Who Has the 'Bandwidth' These Days?
Fitting a new definition into a busy schedule
Some technical words manage to break free of their semantic bounds, take on figurative meanings, and flourish in the general language. Telescope began as a kind of optical instrument, but over time has taken on additional meanings, including the verb sense meaning “to compress or condense." Other technical terms, such as electrocardiograph, have unfortunately failed to break out into any wider figurative use. One word with a burgeoning second sense is bandwidth.
Bandwidth is more similar to telescope than to electrocardiograph; it entered our language allied closely with science and technology, but which is gradually branching out into non-specialized use. The earliest uses of this word, coming in the late 19th century, carry the meaning “a range within a band of wavelengths, frequencies, or energies.” The word appears to have been applied initially to light waves, and subsequently to radio and television.
Since the displacement of any band system increases as the wave length, or band width, decreases, it follows that du and dw have opposite signs, and hence the abnormal displacement increases the normal effect of the interposed plate.
— Thomas Preston, The Theory of Light, 1890
Increased sensitivity and selectivity are thus secured with no diminution in the band width.
— F. K. Vreeland, The Christian Science Monitor (Boston, MA), 3 Feb. 1928
Dr. Goldsmith says that a band width of five kilocycles is required for a 24-line picture 20 kilocycles for a 48-line picture and 80 kilocycles for a 96-line picture.
— New York Herald Tribune, 27 May 1928
Most people who began using bandwidth in the 1990s or later employ it primarily in the sense given by our second definition: “the capacity for data transfer of an electronic communications system.” While this word came to prominence through use to describe data transfers over the Internet, we do see its use in this manner prior to the 1990s.
To transmit such synchronising pulses we have to sacrifice a certain proportion of the transmission time, this apparently involving a corresponding increase of transmission bandwidth; but, in fact, we already have to sacrifice transmission time to allow “flyback” of the scanning spot.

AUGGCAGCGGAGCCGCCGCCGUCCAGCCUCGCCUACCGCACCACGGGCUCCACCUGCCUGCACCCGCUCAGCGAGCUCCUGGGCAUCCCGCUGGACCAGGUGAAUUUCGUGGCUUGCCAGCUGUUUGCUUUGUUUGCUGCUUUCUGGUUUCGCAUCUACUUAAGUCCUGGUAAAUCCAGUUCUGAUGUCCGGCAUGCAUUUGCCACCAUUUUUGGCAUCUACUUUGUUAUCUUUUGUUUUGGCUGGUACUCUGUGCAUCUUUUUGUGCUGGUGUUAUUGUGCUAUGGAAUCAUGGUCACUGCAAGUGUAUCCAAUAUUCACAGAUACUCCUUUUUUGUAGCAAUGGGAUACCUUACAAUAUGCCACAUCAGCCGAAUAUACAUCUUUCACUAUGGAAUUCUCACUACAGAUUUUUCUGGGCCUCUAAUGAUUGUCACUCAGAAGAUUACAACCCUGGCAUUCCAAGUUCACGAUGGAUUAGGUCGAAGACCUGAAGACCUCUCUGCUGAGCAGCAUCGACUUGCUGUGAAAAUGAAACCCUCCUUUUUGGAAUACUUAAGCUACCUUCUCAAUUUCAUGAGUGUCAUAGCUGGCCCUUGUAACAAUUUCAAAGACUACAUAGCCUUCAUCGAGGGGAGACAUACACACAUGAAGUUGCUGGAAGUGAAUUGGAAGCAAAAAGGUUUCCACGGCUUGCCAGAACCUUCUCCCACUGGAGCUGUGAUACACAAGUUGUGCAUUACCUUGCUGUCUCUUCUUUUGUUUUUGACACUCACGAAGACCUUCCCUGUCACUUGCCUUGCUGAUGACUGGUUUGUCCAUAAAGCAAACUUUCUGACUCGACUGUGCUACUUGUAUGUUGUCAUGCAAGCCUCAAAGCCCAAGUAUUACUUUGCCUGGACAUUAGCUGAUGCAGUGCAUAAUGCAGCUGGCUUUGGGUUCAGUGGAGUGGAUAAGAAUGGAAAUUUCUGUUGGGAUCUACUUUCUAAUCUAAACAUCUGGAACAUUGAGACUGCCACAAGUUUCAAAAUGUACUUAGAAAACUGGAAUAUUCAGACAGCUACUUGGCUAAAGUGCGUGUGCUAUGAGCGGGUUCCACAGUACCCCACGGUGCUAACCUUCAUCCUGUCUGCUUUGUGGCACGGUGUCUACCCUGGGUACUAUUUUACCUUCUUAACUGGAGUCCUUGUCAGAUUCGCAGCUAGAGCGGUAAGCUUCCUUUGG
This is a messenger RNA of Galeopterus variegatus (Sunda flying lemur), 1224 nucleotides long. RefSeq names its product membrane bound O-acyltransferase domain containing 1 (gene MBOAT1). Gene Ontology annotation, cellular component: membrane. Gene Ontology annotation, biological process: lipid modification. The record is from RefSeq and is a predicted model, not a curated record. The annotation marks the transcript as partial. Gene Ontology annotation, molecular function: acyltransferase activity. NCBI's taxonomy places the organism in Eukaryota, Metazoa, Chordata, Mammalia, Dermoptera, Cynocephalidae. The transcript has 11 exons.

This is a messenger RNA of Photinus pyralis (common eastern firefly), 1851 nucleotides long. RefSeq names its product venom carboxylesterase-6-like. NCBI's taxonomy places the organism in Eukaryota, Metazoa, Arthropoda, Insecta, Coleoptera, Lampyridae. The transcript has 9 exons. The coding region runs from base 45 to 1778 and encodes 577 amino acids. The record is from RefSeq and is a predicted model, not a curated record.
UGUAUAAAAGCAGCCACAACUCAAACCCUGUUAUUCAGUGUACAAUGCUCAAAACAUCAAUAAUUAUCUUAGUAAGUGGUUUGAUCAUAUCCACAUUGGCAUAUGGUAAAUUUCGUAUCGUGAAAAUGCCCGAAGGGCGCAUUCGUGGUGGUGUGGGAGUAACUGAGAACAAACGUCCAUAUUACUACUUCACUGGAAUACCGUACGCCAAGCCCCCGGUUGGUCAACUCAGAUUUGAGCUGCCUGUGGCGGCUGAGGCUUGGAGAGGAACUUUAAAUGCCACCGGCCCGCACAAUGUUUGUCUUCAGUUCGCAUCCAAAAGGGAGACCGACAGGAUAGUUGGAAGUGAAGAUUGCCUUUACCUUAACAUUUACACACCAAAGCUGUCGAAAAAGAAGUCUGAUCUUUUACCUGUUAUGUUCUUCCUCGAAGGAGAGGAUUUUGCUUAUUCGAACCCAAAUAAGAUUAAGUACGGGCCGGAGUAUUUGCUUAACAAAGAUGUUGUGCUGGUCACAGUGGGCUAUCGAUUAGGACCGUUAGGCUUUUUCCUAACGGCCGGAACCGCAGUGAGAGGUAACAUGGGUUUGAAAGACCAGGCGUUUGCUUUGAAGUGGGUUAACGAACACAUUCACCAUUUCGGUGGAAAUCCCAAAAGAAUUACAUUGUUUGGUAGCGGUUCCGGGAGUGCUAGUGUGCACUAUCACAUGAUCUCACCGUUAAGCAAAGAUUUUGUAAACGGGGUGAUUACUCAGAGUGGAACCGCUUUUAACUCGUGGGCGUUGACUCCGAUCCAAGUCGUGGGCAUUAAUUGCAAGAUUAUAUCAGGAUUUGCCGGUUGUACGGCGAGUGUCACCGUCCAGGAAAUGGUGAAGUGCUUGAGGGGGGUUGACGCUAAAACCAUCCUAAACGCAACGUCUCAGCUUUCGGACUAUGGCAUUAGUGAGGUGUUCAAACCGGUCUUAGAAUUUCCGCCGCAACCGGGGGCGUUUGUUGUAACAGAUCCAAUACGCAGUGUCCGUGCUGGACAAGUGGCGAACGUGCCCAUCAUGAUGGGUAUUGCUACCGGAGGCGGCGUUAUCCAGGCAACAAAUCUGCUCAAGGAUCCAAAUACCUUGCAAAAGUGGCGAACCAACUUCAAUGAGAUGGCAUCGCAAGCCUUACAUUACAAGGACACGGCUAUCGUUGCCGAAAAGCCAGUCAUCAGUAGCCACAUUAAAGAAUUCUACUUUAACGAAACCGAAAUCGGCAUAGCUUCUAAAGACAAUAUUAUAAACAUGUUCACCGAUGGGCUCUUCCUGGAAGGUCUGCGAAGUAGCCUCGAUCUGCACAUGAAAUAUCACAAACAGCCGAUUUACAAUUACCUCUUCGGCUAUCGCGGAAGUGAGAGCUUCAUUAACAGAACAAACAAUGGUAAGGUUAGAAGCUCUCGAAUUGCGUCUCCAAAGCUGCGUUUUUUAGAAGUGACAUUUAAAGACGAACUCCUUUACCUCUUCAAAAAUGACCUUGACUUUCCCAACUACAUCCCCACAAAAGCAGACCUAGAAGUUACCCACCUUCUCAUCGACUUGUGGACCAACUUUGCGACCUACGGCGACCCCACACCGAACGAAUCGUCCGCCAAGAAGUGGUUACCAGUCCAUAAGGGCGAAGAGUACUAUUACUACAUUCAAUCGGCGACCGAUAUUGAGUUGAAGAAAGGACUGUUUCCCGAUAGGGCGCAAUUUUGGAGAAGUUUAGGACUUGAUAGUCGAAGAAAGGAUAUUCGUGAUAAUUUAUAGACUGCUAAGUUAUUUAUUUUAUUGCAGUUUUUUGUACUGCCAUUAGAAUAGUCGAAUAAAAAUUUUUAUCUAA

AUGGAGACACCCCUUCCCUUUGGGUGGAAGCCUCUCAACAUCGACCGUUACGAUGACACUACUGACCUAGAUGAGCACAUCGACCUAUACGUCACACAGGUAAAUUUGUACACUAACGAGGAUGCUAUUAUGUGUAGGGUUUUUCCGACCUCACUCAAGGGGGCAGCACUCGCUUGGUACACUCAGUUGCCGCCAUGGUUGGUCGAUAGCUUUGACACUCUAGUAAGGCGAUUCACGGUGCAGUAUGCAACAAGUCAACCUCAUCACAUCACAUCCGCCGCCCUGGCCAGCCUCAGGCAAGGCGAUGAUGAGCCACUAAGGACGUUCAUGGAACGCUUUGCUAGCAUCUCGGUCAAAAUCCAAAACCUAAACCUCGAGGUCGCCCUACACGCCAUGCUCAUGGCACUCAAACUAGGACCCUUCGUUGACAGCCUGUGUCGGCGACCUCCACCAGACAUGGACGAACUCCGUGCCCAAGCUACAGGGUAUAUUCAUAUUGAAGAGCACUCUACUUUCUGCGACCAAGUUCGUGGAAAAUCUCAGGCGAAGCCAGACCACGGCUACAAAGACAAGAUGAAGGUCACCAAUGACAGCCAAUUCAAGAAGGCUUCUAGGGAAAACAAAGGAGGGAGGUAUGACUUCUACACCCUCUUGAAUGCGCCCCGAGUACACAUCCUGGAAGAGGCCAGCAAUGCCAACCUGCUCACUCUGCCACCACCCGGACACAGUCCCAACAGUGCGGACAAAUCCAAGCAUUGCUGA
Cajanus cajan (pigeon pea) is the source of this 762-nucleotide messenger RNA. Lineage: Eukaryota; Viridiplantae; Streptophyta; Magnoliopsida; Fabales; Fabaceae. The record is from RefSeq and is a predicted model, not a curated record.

— L. H. Bedford, Journal of the Royal Society of Arts, 11 Feb. 1949
There also had been a lot of advance notice that the MTS process would not make it through “limited bandwidth” cable TV decoder boxes, but lo and behold, it comes through my system (South Philadelphia’s Dimension Cable) just fine.
— Jonathan Takiff, _Philadelphia Daily News, 12 Aug. 1985
Once bandwidth had broadened to include ‘data capacity’ in its meanings, it took not much time at all for data-driven types to begin using it to describe their own capacity (or lack thereof) for doing things.
My goal is to increase my bandwidth as a consultant and to offer to those individuals who have no track record in the industry (but do have the "right stuff" ) the opportunity to break into an industry with very high barriers.
— usenet group rec.games.programmer, 4 Apr. 1995
Well Lee Olson is a hunt and peck kinda guy on a keyboard. I’m really slow, so my bandwidth is very narrow. But if I add audio and video it would increase.
— Lee Olson, The Australian Library Journal, 1 Feb. 1995
I'm a busy guy. Always. So don't waste my time. Don't waste my bandwidth, either. If you have nothing important to say, keep it to yourself.
— Thom Stark, Boardwatch, Nov. 1999
Time will tell whether this figurative sense of bandwidth is restricted to meaning “availability or capacity for something,” or if it will take on additional shades (such as “capacity for dealing with the nonsense of others”).
Words We're Watching talks about words we are increasingly seeing in use but that have not yet met our criteria for entry.